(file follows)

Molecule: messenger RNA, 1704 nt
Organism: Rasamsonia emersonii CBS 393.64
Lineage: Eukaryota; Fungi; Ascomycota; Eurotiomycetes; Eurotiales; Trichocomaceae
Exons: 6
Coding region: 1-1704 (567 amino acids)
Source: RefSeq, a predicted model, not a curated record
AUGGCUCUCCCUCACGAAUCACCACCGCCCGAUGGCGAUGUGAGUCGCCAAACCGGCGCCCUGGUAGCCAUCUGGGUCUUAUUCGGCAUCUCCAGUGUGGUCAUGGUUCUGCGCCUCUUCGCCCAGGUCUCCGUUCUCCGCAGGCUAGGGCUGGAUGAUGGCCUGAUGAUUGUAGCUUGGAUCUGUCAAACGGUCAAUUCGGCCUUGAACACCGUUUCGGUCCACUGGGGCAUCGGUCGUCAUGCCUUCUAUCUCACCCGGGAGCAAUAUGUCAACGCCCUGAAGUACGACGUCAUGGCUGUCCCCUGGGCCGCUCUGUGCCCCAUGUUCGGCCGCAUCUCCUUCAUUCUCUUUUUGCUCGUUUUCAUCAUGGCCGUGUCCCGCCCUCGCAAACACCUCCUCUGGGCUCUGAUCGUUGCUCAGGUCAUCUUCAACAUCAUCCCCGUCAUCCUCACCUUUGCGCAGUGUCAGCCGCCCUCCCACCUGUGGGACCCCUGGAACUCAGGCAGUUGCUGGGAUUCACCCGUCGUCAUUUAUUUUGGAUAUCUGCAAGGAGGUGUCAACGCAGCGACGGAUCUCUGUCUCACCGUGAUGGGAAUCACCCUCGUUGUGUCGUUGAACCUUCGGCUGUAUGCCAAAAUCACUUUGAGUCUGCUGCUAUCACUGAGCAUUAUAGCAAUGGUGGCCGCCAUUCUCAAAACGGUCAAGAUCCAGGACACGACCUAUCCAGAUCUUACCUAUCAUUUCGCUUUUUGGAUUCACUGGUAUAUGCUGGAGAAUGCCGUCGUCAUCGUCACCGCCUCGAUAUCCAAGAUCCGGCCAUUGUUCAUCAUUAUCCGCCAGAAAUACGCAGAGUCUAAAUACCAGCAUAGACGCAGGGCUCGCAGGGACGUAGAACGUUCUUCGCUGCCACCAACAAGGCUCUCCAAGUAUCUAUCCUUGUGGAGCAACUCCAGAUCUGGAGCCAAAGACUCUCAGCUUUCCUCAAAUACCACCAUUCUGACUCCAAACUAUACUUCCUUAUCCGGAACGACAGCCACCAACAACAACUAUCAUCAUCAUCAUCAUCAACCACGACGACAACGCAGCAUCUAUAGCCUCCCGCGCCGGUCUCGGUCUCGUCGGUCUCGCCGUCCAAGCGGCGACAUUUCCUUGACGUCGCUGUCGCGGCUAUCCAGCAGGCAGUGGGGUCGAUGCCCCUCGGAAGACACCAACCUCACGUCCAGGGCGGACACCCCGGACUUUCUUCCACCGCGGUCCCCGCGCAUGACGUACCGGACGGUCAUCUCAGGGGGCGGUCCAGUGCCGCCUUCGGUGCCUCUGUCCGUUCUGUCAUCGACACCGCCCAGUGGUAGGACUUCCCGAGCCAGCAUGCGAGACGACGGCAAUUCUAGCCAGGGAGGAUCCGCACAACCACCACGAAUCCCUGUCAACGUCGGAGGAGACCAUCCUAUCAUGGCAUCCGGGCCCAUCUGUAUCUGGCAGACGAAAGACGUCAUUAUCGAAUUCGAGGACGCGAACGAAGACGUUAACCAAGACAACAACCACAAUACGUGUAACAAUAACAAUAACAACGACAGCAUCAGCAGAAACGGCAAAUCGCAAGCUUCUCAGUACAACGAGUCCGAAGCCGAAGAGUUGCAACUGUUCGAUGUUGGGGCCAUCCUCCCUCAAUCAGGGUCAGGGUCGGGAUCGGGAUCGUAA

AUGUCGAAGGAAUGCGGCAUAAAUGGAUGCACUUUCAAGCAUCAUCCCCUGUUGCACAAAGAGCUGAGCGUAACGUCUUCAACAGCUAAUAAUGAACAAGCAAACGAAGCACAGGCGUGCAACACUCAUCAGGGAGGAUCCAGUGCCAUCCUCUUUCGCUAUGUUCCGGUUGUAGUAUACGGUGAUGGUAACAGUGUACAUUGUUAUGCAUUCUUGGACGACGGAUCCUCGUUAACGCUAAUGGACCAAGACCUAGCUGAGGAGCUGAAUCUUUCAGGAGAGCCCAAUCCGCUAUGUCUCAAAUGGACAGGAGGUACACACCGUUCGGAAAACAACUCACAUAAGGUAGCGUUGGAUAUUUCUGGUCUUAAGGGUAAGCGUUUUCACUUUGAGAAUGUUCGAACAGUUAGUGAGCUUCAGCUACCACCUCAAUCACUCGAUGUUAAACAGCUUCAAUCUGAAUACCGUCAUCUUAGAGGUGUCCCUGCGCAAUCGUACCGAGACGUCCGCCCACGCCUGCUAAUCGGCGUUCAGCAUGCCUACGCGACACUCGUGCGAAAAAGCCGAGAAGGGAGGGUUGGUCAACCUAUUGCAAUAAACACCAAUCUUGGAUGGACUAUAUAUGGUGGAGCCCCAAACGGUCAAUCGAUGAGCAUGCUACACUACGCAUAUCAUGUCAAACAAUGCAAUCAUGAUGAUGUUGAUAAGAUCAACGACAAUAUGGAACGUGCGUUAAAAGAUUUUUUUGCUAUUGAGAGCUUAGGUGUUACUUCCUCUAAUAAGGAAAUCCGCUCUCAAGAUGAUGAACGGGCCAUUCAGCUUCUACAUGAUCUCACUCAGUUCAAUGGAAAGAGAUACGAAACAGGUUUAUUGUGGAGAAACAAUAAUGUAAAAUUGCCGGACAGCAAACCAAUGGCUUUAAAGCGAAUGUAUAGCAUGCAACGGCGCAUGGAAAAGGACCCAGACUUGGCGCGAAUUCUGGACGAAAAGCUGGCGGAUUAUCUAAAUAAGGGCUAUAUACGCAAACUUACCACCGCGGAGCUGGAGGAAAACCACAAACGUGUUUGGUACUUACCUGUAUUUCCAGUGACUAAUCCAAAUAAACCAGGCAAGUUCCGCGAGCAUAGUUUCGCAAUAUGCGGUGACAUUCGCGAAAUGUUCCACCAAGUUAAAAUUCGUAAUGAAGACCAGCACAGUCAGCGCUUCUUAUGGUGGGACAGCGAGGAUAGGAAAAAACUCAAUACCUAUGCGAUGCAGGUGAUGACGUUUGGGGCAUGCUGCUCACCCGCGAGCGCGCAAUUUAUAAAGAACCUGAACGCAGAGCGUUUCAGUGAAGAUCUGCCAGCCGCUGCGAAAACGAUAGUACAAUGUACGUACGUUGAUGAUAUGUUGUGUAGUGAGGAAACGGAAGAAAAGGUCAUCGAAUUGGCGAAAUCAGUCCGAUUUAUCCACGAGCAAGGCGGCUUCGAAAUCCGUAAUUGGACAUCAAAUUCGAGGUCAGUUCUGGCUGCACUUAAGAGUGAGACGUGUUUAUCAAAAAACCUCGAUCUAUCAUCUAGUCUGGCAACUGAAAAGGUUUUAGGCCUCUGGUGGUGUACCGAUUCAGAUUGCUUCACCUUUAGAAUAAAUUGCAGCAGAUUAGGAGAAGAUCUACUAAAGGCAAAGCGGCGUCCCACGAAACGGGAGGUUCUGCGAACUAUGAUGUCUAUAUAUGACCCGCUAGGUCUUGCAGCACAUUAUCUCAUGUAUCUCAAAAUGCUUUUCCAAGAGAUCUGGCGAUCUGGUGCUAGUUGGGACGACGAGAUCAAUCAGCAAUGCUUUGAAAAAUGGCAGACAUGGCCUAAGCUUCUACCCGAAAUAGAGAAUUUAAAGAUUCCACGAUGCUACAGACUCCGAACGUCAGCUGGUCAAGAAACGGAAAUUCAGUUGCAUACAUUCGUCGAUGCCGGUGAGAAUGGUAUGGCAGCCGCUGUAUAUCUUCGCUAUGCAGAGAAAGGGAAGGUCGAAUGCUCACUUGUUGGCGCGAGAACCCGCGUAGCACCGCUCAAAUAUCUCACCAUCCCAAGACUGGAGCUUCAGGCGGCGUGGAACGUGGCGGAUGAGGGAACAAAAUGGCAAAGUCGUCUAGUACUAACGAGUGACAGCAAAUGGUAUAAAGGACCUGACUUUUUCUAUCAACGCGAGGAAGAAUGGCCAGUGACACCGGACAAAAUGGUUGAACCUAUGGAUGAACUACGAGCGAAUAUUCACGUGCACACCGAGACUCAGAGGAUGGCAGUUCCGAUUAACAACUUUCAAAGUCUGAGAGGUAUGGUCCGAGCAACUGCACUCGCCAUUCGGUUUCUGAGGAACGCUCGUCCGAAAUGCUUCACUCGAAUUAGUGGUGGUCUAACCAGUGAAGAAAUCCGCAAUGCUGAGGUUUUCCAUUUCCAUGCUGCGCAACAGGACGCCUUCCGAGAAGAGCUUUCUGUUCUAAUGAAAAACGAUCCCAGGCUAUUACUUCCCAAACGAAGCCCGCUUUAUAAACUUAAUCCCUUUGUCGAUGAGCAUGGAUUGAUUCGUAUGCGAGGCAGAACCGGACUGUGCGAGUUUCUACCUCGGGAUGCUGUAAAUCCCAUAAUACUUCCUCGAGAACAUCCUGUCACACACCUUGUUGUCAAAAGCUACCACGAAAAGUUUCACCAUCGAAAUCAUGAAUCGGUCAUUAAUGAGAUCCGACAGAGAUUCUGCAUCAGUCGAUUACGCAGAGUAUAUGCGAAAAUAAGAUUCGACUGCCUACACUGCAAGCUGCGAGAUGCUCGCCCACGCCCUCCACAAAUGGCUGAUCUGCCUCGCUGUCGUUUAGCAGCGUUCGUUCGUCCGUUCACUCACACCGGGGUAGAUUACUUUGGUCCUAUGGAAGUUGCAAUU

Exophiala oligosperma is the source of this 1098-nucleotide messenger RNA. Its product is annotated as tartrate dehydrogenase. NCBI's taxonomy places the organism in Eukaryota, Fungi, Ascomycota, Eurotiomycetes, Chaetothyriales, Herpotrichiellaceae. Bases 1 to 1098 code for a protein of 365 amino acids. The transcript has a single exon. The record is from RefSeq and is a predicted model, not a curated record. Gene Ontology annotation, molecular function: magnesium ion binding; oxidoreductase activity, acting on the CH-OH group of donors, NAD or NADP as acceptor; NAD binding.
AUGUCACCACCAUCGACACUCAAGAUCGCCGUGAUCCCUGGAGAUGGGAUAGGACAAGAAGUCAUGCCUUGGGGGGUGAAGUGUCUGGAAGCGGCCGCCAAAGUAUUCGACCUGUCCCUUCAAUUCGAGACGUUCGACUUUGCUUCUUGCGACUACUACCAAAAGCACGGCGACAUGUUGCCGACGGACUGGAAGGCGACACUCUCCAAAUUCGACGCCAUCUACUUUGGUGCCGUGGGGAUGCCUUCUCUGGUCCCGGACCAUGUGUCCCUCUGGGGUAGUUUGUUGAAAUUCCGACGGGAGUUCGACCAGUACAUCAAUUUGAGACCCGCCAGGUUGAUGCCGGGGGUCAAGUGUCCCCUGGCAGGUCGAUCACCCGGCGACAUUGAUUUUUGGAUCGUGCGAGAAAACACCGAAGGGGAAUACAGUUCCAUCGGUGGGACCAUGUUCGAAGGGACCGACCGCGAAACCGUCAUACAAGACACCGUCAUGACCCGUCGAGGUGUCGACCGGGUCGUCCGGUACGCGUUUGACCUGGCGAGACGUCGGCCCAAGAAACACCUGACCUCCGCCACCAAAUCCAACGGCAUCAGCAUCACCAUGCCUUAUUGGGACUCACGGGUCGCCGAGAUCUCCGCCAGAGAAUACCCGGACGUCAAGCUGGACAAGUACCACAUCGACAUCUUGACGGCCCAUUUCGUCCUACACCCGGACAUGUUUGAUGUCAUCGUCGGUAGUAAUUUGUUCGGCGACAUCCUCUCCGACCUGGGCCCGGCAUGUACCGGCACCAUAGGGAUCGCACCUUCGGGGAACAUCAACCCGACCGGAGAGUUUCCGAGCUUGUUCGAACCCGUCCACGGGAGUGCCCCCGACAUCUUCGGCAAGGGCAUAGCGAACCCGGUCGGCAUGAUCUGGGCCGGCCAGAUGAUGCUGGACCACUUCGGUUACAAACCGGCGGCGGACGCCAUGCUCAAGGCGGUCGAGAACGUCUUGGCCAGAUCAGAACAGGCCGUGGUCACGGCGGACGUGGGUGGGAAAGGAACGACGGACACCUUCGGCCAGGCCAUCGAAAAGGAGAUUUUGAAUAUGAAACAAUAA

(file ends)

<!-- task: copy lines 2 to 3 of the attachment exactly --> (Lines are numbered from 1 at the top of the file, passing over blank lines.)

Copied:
Organism: Rasamsonia emersonii CBS 393.64
Lineage: Eukaryota; Fungi; Ascomycota; Eurotiomycetes; Eurotiales; Trichocomaceae